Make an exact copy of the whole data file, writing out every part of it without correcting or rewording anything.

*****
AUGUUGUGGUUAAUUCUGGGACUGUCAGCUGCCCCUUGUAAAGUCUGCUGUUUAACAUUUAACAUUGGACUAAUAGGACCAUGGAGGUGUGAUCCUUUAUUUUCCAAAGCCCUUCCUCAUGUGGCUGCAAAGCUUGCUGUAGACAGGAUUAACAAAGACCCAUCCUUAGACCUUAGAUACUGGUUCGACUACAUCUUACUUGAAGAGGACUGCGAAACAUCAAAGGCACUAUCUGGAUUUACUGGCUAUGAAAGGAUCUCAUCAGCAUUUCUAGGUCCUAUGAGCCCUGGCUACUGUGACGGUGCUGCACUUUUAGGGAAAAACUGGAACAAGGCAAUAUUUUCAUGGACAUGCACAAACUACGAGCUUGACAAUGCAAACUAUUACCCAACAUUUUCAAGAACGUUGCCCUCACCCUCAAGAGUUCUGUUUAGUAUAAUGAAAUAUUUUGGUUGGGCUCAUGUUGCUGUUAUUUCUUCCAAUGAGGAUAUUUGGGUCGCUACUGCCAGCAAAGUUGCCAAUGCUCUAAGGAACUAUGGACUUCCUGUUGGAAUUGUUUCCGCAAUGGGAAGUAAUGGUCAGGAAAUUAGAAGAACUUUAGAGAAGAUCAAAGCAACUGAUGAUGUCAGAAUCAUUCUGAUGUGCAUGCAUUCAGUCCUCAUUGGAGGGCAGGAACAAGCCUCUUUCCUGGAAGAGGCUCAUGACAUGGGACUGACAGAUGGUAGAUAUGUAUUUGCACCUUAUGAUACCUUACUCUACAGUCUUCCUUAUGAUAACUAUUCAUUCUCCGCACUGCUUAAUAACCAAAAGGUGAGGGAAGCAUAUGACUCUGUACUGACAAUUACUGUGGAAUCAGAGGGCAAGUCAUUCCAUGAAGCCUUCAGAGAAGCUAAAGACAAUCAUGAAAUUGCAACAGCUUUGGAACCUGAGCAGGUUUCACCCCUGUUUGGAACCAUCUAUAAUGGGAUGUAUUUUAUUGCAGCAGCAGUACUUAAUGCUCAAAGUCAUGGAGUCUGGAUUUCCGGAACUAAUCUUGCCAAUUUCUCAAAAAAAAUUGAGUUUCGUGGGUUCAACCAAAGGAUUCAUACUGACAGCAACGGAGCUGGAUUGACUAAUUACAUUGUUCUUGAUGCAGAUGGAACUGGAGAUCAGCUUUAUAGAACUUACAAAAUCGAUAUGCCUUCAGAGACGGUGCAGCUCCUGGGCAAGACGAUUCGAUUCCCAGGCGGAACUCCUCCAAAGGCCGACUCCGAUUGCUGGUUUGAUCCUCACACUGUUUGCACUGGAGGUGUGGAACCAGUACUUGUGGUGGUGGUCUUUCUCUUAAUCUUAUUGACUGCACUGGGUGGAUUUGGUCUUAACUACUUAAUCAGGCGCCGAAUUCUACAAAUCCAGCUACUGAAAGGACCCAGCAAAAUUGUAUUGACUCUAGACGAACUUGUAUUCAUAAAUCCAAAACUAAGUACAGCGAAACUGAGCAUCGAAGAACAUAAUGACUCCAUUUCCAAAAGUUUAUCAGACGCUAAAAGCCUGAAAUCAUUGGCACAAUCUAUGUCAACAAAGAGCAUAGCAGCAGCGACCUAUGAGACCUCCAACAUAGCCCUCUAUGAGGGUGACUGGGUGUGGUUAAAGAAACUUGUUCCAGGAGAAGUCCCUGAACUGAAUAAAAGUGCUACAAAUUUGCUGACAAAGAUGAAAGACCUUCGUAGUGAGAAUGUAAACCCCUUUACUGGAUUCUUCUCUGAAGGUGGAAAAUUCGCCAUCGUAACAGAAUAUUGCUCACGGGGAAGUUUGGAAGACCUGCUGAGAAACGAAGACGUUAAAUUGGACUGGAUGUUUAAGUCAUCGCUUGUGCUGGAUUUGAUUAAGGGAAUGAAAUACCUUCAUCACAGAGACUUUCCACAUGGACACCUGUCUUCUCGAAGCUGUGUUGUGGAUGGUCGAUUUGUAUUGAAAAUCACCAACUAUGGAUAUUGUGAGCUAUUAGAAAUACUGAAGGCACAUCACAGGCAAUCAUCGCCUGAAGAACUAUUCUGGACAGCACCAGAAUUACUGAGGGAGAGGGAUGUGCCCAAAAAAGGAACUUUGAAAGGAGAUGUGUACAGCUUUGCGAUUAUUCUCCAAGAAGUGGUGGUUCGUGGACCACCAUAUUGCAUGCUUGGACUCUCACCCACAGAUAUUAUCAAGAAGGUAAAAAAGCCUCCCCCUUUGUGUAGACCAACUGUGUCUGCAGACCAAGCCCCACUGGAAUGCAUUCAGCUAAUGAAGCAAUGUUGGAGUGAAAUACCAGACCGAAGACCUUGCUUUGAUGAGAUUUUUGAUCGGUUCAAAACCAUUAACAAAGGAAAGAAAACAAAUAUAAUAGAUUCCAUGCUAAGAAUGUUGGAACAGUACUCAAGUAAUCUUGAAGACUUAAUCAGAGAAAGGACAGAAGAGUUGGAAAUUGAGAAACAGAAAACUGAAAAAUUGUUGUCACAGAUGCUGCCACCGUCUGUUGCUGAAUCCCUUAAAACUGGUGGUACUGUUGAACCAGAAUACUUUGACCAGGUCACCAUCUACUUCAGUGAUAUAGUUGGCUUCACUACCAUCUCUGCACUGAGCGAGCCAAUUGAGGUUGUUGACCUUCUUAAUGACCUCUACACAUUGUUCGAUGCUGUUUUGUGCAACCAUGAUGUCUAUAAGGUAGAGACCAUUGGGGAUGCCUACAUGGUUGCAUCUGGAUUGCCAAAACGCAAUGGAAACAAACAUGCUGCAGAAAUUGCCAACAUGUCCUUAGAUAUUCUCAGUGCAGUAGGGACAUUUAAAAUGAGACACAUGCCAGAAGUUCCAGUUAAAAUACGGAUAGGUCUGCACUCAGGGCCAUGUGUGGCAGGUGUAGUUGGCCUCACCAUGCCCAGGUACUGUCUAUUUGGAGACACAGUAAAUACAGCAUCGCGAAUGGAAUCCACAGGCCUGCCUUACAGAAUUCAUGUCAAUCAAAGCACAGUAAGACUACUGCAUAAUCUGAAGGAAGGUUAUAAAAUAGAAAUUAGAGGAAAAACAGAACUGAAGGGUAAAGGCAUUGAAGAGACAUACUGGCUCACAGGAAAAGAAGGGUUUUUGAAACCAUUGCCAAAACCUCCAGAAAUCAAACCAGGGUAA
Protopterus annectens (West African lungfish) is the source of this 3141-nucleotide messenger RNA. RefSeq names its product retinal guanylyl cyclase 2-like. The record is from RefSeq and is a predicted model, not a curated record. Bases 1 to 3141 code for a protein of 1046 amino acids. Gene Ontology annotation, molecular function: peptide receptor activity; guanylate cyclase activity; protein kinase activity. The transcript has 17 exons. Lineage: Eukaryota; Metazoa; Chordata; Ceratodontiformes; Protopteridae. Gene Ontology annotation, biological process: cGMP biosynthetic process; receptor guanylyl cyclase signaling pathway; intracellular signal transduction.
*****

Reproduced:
AUGUUGUGGUUAAUUCUGGGACUGUCAGCUGCCCCUUGUAAAGUCUGCUGUUUAACAUUUAACAUUGGACUAAUAGGACCAUGGAGGUGUGAUCCUUUAUUUUCCAAAGCCCUUCCUCAUGUGGCUGCAAAGCUUGCUGUAGACAGGAUUAACAAAGACCCAUCCUUAGACCUUAGAUACUGGUUCGACUACAUCUUACUUGAAGAGGACUGCGAAACAUCAAAGGCACUAUCUGGAUUUACUGGCUAUGAAAGGAUCUCAUCAGCAUUUCUAGGUCCUAUGAGCCCUGGCUACUGUGACGGUGCUGCACUUUUAGGGAAAAACUGGAACAAGGCAAUAUUUUCAUGGACAUGCACAAACUACGAGCUUGACAAUGCAAACUAUUACCCAACAUUUUCAAGAACGUUGCCCUCACCCUCAAGAGUUCUGUUUAGUAUAAUGAAAUAUUUUGGUUGGGCUCAUGUUGCUGUUAUUUCUUCCAAUGAGGAUAUUUGGGUCGCUACUGCCAGCAAAGUUGCCAAUGCUCUAAGGAACUAUGGACUUCCUGUUGGAAUUGUUUCCGCAAUGGGAAGUAAUGGUCAGGAAAUUAGAAGAACUUUAGAGAAGAUCAAAGCAACUGAUGAUGUCAGAAUCAUUCUGAUGUGCAUGCAUUCAGUCCUCAUUGGAGGGCAGGAACAAGCCUCUUUCCUGGAAGAGGCUCAUGACAUGGGACUGACAGAUGGUAGAUAUGUAUUUGCACCUUAUGAUACCUUACUCUACAGUCUUCCUUAUGAUAACUAUUCAUUCUCCGCACUGCUUAAUAACCAAAAGGUGAGGGAAGCAUAUGACUCUGUACUGACAAUUACUGUGGAAUCAGAGGGCAAGUCAUUCCAUGAAGCCUUCAGAGAAGCUAAAGACAAUCAUGAAAUUGCAACAGCUUUGGAACCUGAGCAGGUUUCACCCCUGUUUGGAACCAUCUAUAAUGGGAUGUAUUUUAUUGCAGCAGCAGUACUUAAUGCUCAAAGUCAUGGAGUCUGGAUUUCCGGAACUAAUCUUGCCAAUUUCUCAAAAAAAAUUGAGUUUCGUGGGUUCAACCAAAGGAUUCAUACUGACAGCAACGGAGCUGGAUUGACUAAUUACAUUGUUCUUGAUGCAGAUGGAACUGGAGAUCAGCUUUAUAGAACUUACAAAAUCGAUAUGCCUUCAGAGACGGUGCAGCUCCUGGGCAAGACGAUUCGAUUCCCAGGCGGAACUCCUCCAAAGGCCGACUCCGAUUGCUGGUUUGAUCCUCACACUGUUUGCACUGGAGGUGUGGAACCAGUACUUGUGGUGGUGGUCUUUCUCUUAAUCUUAUUGACUGCACUGGGUGGAUUUGGUCUUAACUACUUAAUCAGGCGCCGAAUUCUACAAAUCCAGCUACUGAAAGGACCCAGCAAAAUUGUAUUGACUCUAGACGAACUUGUAUUCAUAAAUCCAAAACUAAGUACAGCGAAACUGAGCAUCGAAGAACAUAAUGACUCCAUUUCCAAAAGUUUAUCAGACGCUAAAAGCCUGAAAUCAUUGGCACAAUCUAUGUCAACAAAGAGCAUAGCAGCAGCGACCUAUGAGACCUCCAACAUAGCCCUCUAUGAGGGUGACUGGGUGUGGUUAAAGAAACUUGUUCCAGGAGAAGUCCCUGAACUGAAUAAAAGUGCUACAAAUUUGCUGACAAAGAUGAAAGACCUUCGUAGUGAGAAUGUAAACCCCUUUACUGGAUUCUUCUCUGAAGGUGGAAAAUUCGCCAUCGUAACAGAAUAUUGCUCACGGGGAAGUUUGGAAGACCUGCUGAGAAACGAAGACGUUAAAUUGGACUGGAUGUUUAAGUCAUCGCUUGUGCUGGAUUUGAUUAAGGGAAUGAAAUACCUUCAUCACAGAGACUUUCCACAUGGACACCUGUCUUCUCGAAGCUGUGUUGUGGAUGGUCGAUUUGUAUUGAAAAUCACCAACUAUGGAUAUUGUGAGCUAUUAGAAAUACUGAAGGCACAUCACAGGCAAUCAUCGCCUGAAGAACUAUUCUGGACAGCACCAGAAUUACUGAGGGAGAGGGAUGUGCCCAAAAAAGGAACUUUGAAAGGAGAUGUGUACAGCUUUGCGAUUAUUCUCCAAGAAGUGGUGGUUCGUGGACCACCAUAUUGCAUGCUUGGACUCUCACCCACAGAUAUUAUCAAGAAGGUAAAAAAGCCUCCCCCUUUGUGUAGACCAACUGUGUCUGCAGACCAAGCCCCACUGGAAUGCAUUCAGCUAAUGAAGCAAUGUUGGAGUGAAAUACCAGACCGAAGACCUUGCUUUGAUGAGAUUUUUGAUCGGUUCAAAACCAUUAACAAAGGAAAGAAAACAAAUAUAAUAGAUUCCAUGCUAAGAAUGUUGGAACAGUACUCAAGUAAUCUUGAAGACUUAAUCAGAGAAAGGACAGAAGAGUUGGAAAUUGAGAAACAGAAAACUGAAAAAUUGUUGUCACAGAUGCUGCCACCGUCUGUUGCUGAAUCCCUUAAAACUGGUGGUACUGUUGAACCAGAAUACUUUGACCAGGUCACCAUCUACUUCAGUGAUAUAGUUGGCUUCACUACCAUCUCUGCACUGAGCGAGCCAAUUGAGGUUGUUGACCUUCUUAAUGACCUCUACACAUUGUUCGAUGCUGUUUUGUGCAACCAUGAUGUCUAUAAGGUAGAGACCAUUGGGGAUGCCUACAUGGUUGCAUCUGGAUUGCCAAAACGCAAUGGAAACAAACAUGCUGCAGAAAUUGCCAACAUGUCCUUAGAUAUUCUCAGUGCAGUAGGGACAUUUAAAAUGAGACACAUGCCAGAAGUUCCAGUUAAAAUACGGAUAGGUCUGCACUCAGGGCCAUGUGUGGCAGGUGUAGUUGGCCUCACCAUGCCCAGGUACUGUCUAUUUGGAGACACAGUAAAUACAGCAUCGCGAAUGGAAUCCACAGGCCUGCCUUACAGAAUUCAUGUCAAUCAAAGCACAGUAAGACUACUGCAUAAUCUGAAGGAAGGUUAUAAAAUAGAAAUUAGAGGAAAAACAGAACUGAAGGGUAAAGGCAUUGAAGAGACAUACUGGCUCACAGGAAAAGAAGGGUUUUUGAAACCAUUGCCAAAACCUCCAGAAAUCAAACCAGGGUAA
Protopterus annectens (West African lungfish) is the source of this 3141-nucleotide messenger RNA. RefSeq names its product retinal guanylyl cyclase 2-like. The record is from RefSeq and is a predicted model, not a curated record. Bases 1 to 3141 code for a protein of 1046 amino acids. Gene Ontology annotation, molecular function: peptide receptor activity; guanylate cyclase activity; protein kinase activity. The transcript has 17 exons. Lineage: Eukaryota; Metazoa; Chordata; Ceratodontiformes; Protopteridae. Gene Ontology annotation, biological process: cGMP biosynthetic process; receptor guanylyl cyclase signaling pathway; intracellular signal transduction.